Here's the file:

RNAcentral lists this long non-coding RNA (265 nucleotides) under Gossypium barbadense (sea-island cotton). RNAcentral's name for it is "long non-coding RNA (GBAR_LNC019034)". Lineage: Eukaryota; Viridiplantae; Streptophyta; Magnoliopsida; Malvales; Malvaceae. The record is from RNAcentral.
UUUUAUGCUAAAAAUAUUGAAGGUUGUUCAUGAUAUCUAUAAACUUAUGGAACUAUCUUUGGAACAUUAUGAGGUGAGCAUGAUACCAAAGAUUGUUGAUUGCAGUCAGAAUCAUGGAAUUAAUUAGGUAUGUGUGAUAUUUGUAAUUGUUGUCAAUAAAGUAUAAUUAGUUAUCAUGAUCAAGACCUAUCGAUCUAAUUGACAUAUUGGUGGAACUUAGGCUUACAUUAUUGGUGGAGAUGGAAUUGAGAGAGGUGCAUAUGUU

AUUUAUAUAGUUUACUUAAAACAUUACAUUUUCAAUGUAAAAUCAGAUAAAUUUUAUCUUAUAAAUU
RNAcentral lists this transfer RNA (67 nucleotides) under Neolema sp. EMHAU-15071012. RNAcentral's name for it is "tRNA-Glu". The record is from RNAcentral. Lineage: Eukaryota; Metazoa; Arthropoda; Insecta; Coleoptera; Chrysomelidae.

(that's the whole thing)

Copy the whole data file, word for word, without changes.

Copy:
RNAcentral lists this long non-coding RNA (265 nucleotides) under Gossypium barbadense (sea-island cotton). RNAcentral's name for it is "long non-coding RNA (GBAR_LNC019034)". Lineage: Eukaryota; Viridiplantae; Streptophyta; Magnoliopsida; Malvales; Malvaceae. The record is from RNAcentral.
UUUUAUGCUAAAAAUAUUGAAGGUUGUUCAUGAUAUCUAUAAACUUAUGGAACUAUCUUUGGAACAUUAUGAGGUGAGCAUGAUACCAAAGAUUGUUGAUUGCAGUCAGAAUCAUGGAAUUAAUUAGGUAUGUGUGAUAUUUGUAAUUGUUGUCAAUAAAGUAUAAUUAGUUAUCAUGAUCAAGACCUAUCGAUCUAAUUGACAUAUUGGUGGAACUUAGGCUUACAUUAUUGGUGGAGAUGGAAUUGAGAGAGGUGCAUAUGUU

AUUUAUAUAGUUUACUUAAAACAUUACAUUUUCAAUGUAAAAUCAGAUAAAUUUUAUCUUAUAAAUU
RNAcentral lists this transfer RNA (67 nucleotides) under Neolema sp. EMHAU-15071012. RNAcentral's name for it is "tRNA-Glu". The record is from RNAcentral. Lineage: Eukaryota; Metazoa; Arthropoda; Insecta; Coleoptera; Chrysomelidae.